Author: Carl Schmitt
Publisher: University of Chicago Press
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Writing in 1938, under the guise of studying the significance of the symbol of the leviathan in Thomas Hobbes's theory of the state, Carl Schmitt, the Hobbes of the 20th century, provides insights into totalitarian forms of government, attacks totalitarianism, and alludes to the demise of the Third Reich.


The Platonian Leviathan

Author: Leon Harold Craig
Publisher: University of Toronto Press
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Thomas Hobbes's influential political treatise, Leviathan, was first published in 1651. Many scholars have since credited him with a mechanistic outlook towards human nature that established the basis of modern Western political philosophy from the perspective of social contract theory. In The Platonian Leviathan, Leon Harold Craig weaves together philosophy, political science, and literature to offer a radical re-interpretation of Hobbes's most famous work. Though Craig begins and concludes his analysis with discussions of Herman Melville's Moby-Dick and includes an essay on Joseph Conrad's Heart of Darkness, the bulk of his two-part commentary centres on Leviathan. Part One shows the overt principles of Hobbes's political prescription to be untenable, and strongly suggests that Hobbes himself did not subscribe to these rules, using them only as tools to further his philosophical goals. In Part Two, Craig displays the underlying Platonism of Hobbes's thinking. Sure to be controversial, The Platonian Leviathan may nonetheless re-orient the future direction of Hobbes scholarship.


Contested Creations in the Book of Job

Author: Abigail Pelham
Publisher: BRILL
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In Contested Creations in the Book of Job: the-world-as-it-ought- and -ought-not-to-be Abigail Pelham examines the perspectives on creation presented by Job’s characters and explores the challenges to their certainties about creative agency and power raised by its epilogue.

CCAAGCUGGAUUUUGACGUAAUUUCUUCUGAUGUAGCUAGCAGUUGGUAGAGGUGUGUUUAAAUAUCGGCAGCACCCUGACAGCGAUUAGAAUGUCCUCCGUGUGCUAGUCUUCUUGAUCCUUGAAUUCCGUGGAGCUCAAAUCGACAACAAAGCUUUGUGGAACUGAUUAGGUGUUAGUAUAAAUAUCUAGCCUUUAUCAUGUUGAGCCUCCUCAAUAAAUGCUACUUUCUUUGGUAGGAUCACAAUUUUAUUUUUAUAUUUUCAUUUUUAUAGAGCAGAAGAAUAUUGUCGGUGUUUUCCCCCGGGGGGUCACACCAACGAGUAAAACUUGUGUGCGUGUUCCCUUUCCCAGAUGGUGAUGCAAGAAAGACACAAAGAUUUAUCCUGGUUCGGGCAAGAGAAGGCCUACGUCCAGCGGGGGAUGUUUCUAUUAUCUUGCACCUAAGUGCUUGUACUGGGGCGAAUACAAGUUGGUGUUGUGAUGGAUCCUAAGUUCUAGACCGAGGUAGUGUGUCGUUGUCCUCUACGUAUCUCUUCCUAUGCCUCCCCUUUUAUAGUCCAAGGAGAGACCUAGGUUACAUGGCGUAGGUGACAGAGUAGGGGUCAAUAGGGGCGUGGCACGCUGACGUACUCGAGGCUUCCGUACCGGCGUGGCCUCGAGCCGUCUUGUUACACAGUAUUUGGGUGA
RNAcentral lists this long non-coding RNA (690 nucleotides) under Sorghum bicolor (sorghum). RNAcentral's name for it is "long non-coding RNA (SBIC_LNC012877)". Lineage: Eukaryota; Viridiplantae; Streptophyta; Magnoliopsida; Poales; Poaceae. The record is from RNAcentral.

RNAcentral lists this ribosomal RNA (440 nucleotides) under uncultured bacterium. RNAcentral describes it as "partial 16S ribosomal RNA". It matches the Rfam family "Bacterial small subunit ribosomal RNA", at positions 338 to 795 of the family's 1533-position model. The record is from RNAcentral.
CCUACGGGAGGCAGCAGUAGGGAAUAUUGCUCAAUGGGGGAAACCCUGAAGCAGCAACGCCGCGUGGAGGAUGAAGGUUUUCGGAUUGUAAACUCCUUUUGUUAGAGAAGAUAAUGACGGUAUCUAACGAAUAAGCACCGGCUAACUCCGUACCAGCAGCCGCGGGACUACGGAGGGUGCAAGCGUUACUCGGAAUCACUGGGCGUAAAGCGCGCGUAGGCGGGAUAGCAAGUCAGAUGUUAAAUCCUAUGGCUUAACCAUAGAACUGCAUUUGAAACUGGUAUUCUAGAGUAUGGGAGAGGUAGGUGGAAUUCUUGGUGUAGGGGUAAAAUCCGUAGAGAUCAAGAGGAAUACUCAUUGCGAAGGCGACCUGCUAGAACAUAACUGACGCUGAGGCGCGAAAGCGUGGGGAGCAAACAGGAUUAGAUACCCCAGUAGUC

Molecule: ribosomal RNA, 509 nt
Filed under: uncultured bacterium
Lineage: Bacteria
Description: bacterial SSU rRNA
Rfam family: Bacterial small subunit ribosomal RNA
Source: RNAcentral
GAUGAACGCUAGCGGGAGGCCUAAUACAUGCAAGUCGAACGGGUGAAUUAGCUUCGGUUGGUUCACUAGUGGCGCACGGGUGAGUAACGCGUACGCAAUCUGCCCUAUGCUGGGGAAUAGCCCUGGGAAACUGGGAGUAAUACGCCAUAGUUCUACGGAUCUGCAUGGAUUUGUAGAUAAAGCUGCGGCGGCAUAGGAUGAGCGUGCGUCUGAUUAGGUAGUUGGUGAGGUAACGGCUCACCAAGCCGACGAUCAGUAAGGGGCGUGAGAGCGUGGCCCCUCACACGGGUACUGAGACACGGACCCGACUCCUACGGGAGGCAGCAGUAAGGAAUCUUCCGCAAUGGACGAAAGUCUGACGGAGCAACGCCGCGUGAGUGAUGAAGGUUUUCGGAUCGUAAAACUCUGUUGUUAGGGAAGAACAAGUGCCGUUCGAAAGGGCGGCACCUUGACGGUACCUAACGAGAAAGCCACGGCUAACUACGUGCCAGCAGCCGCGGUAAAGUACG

The Hunting of Leviathan

Author: Samuel I. Mintz
Publisher: Cambridge University Press
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Mintz examines seventeenth-century reactions to the political philosophy of Thomas Hobbes.


Subverting the Leviathan

Author: James R. Martel
Publisher: Columbia University Press
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In Leviathan, Thomas Hobbes's landmark work on political philosophy, James Martel argues that although Hobbes pays lip service to the superior interpretive authority of the sovereign, he consistently subverts this authority throughout the book by returning it to the reader. Martel demonstrates that Hobbes's radical method of reading not only undermines his own authority in the text, but, by extension, the authority of the sovereign as well. To make his point, Martel looks closely at Hobbes's understanding of religious and rhetorical representation. In Leviathan, idolatry is not just a matter of worshipping images but also a consequence of bad reading. Hobbes speaks of the "error of separated essences," in which a sign takes precedence over the idea or object it represents, and warns that when the sign is given such agency, it becomes a disembodied fantasy leading to a "kingdom of darkness." To combat such idolatry, Hobbes offers a method of reading in which one resists the rhetorical manipulation of figures and tropes and recognizes the codes and structures of language for what they are-the only way to convey a fundamental inability to ever know "the thing itself." Making the leap to politics, Martel suggests that following Hobbes's argument, the sovereign can also be seen as idolatrous--a separated essence--a figure who supplants the people it purportedly represents, and that learning to be better readers enables us to challenge, if not defeat, the authority of the sovereign.